[Beowulf] Servers Too Hot? Intel Recommends a Luxurious Oil Bath

Robert G. Brown rgb at phy.duke.edu
Wed Sep 5 09:57:27 PDT 2012

On Wed, 5 Sep 2012, Lux, Jim (337C) wrote:

> ensues..  (I used to make my living doing fireballs.. A bit of explosive
> (PETN) to disperse the flammable liquid, a bit of something that burns well
> (black powder) to ignite it is the usual recipe for the "car falling over a
> cliff and exploding")

Gawd, some people have all the luck!  What a career!  Why in the world
would you quit doing that to go to work in a boring, plodgy organization
like NASA?  Oh, wait, they do like to blow things up, don't they...;-)

> WW II prompted the development and adoption of Gas Insulated Switchgear in
> Europe (using SF6).  Nothing like dropping an incendiary bomb on an
> electrical substation full of thousands of liters of oil to get a good fire
> going.  In the US, we still use mostly oil insulation: it's cheaper, and our
> switchgear tends to be in places where fire isn't as big a deal AND we
> didn't have to replace it all in the late 40s.  Cheap oil and expensive SF6
> doesn't hurt either.
> But when talking cooling substances.. There's an interesting trade between
> conductivity and viscosity (He and H2 are clear winners.. High conductivity
> AND low viscosity) and density SF6 is really dense, so on a temperature rise
> per unit volume basis, it actually does pretty well.
> BTW, high power turbomachinery (power plant generator driven by steam
> turbines and such) are often insulated with H2, because the low viscosity
> reduces windage losses.

Yeah, like that.  It is a MIX of considering conductivity, heat
capacity, viscosity and related turbulence/reynolds number.

Prototyping justified, instant adoption not so much until after the
prototype and perhaps a bit of -- dare I say it -- engineering and CBA?


> From: "Peter St. John" <peter.st.john at gmail.com>
> Date: Tue, 4 Sep 2012 20:35:20 -0400
> To: "Robert G. Brown" <rgb at phy.duke.edu>
> Cc: Jim Lux <james.p.lux at jpl.nasa.gov>, "beowulf at beowulf.org"
> <beowulf at beowulf.org>
> Subject: Re: [Beowulf] Servers Too Hot? Intel Recommends a Luxurious Oil
> Bath
> Wiki tells me that the flash point of Transformer Oil (a type of mineral
> oil) is 140 C; does that sound safe in a server room? I'm a worse chemist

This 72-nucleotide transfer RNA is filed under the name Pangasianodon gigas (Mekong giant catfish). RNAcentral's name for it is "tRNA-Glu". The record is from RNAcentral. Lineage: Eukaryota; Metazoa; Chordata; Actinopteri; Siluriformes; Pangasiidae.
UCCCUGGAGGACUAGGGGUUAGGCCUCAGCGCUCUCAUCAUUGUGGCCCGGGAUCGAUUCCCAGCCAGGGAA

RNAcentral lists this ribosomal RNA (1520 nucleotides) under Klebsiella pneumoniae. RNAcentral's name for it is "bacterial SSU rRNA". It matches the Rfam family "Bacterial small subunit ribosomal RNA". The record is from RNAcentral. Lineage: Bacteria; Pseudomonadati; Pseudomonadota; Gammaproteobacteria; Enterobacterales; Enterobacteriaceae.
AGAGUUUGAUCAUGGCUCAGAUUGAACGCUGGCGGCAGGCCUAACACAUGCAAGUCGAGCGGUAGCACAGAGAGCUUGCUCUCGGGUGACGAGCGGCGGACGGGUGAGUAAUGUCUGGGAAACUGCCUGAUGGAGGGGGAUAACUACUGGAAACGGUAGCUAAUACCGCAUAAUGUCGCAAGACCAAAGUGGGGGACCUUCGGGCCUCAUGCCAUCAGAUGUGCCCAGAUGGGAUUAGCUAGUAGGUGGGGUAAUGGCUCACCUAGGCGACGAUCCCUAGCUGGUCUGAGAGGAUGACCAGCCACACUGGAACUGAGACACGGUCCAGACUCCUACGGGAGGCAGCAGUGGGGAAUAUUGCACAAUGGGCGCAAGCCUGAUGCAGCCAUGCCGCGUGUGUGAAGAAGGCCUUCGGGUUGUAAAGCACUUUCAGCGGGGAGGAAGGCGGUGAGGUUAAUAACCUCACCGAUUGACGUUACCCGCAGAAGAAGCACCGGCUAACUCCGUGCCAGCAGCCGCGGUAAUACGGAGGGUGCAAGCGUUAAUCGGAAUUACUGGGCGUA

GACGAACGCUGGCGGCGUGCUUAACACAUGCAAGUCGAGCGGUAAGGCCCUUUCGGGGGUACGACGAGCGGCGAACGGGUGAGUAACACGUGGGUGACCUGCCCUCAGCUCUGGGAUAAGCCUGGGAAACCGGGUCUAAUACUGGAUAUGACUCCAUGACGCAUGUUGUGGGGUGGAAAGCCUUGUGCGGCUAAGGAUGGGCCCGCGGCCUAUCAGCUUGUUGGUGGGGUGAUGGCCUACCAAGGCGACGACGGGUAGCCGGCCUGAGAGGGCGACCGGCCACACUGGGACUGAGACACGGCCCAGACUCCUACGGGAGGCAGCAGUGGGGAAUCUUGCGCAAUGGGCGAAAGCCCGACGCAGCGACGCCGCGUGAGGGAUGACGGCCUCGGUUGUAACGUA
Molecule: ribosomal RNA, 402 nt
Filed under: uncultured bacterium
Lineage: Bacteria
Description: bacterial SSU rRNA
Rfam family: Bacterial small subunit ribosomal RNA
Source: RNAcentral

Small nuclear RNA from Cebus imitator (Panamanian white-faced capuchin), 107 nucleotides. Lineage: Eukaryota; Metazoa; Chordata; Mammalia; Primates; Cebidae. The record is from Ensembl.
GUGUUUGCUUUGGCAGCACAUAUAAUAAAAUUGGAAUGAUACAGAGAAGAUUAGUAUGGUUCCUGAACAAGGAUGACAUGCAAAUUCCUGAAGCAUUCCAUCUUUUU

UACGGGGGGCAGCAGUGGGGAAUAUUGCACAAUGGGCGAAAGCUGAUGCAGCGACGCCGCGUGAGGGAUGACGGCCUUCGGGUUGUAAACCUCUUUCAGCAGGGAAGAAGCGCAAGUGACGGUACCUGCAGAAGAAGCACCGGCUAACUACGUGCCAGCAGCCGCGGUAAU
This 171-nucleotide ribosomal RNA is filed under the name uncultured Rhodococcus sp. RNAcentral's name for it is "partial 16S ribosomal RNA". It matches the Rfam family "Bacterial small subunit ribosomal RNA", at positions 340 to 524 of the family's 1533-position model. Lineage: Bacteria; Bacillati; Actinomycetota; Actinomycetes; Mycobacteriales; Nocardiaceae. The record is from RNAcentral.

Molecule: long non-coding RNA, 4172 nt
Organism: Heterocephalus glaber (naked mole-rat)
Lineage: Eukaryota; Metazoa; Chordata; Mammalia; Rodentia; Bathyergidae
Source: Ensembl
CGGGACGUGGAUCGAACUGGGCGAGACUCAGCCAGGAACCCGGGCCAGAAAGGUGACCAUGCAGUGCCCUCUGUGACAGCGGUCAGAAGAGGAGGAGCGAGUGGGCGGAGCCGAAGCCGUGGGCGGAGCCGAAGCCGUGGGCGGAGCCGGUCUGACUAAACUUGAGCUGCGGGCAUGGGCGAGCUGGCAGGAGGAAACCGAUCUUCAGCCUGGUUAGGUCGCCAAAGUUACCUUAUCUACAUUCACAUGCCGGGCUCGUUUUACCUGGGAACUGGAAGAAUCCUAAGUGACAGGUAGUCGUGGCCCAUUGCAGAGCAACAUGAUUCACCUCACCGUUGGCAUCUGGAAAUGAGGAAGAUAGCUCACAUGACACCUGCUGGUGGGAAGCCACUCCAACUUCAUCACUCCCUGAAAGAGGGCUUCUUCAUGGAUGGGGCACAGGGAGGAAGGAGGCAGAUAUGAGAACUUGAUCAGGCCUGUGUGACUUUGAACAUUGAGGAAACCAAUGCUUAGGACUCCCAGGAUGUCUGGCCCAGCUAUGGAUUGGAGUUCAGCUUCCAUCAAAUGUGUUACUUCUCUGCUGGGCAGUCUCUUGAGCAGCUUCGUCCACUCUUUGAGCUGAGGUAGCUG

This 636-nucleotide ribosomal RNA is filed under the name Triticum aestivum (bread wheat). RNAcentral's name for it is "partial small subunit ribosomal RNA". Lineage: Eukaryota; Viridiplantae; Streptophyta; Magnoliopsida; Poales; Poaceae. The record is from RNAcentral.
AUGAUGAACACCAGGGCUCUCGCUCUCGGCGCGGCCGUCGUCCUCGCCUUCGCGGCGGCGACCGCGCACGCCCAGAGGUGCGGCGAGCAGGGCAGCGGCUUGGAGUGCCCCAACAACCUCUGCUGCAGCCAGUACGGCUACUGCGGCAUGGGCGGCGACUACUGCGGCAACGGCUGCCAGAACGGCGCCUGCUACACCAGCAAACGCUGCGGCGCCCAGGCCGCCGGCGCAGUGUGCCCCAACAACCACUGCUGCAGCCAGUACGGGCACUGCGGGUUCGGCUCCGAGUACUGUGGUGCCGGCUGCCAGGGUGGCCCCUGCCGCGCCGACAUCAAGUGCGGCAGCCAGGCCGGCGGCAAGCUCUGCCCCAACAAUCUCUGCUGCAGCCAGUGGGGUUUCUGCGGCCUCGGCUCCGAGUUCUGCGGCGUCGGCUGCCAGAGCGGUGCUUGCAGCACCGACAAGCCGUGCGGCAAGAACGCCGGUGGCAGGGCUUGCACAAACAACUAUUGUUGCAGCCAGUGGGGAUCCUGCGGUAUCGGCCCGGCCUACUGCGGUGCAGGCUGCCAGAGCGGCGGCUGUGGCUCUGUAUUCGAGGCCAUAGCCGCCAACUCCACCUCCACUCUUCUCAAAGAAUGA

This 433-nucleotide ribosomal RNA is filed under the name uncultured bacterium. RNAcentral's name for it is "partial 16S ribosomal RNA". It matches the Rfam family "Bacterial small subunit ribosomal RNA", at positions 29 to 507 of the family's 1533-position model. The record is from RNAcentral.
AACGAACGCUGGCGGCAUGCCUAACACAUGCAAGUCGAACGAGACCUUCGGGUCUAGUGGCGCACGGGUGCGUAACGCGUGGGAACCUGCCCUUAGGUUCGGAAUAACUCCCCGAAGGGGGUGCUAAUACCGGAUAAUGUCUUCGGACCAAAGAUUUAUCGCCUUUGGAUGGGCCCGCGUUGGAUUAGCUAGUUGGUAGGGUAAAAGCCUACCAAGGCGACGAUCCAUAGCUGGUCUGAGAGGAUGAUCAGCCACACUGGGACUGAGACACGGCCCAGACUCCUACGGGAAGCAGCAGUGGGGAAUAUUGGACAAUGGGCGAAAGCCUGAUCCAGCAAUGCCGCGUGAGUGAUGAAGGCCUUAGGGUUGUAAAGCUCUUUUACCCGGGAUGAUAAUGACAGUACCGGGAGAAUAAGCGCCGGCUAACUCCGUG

> than I am a physicist so I can't tell if you're serious about OSHA not
> liking mineral oil in server rooms (I'm **pretty** sure you're not serious
> about frying chicken in the cpu box :-) I just don't feel that power-gamers
> should be able to get away with anything unavailable to HPC.
> Peter
> On Tue, Sep 4, 2012 at 9:16 AM, Robert G. Brown <rgb at phy.duke.edu> wrote:
>       On Mon, 3 Sep 2012, Lux, Jim (337C) wrote:
>       > I'll bet they have to change it more often than that.  This
>       isnt something
>       > like a pole transformer.
> Absolutely. Think of what you can do with a big vat of hot oil handy
> in
> the workspace.  Buffalo Wings.  French Fries.  Chicken.  Fish.  The
> reason nobody does this is because OSHA prohibits it -- it is a huge
> health hazard.  Not even Jolt Cola can keep you thin in a sedentary
> profession with your own personal deep frier as close as your server
> room.  Although you do have to change the oil pretty often, as
> otherwise
> shrimp tails and bits of overcooked tempura crust gunk up the memory
> and
> CPU.  Systems people were dying like pudgy little flies of advanced
> cardiovascular disease before the practice of using computers to heat
> deep fat was banned.
> On a more serious note, one wonders why nobody has tried helium
> instead.
> No, silly, not liquid helium, helium gas.  The reason they fill
> windows
> with argon is that it has around 2/3 the thermal conductivity of air,
> and hence is a better insulator.  This, in turn, is because it is more
> massive -- conductivity is tightly tied to mass and hence the speed of
> the molecules when they have kT sorts of energies.
> Helium, OTOH, has six times the thermal conductivity of air, and is
> relatively inexpensive.  The biggest downside I can think of is that
> it
> requires a pretty good seal and thick walls to keep the slippery
> little
> atoms from sliding right through to the outside, and of course the
> fact
> that systems techs would always be hitting up the helium tanks so that
> they could talk like Donald Duck.  And you'd still have to refrigerate
> the outside of the systems units.  But all of these things are still
> orders of magnitude easier than with oil, and even things like cooling
> fans work fine in Helium.  Maybe there are other problems -- lower
> heat
> capacity to match its higher conductivity -- but it seems like it is
> worth an experiment or two...
>     rgb
> Robert G. Brown                        http://www.phy.duke.edu/~rgb/
> Duke University Dept. of Physics, Box 90305
> Durham, N.C. 27708-0305
> Phone: 1-919-660-2567  Fax: 919-660-2525     email:rgb at phy.duke.edu
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Robert G. Brown	                       http://www.phy.duke.edu/~rgb/
Duke University Dept. of Physics, Box 90305
Durham, N.C. 27708-0305
Phone: 1-919-660-2567  Fax: 919-660-2525     email:rgb at phy.duke.edu

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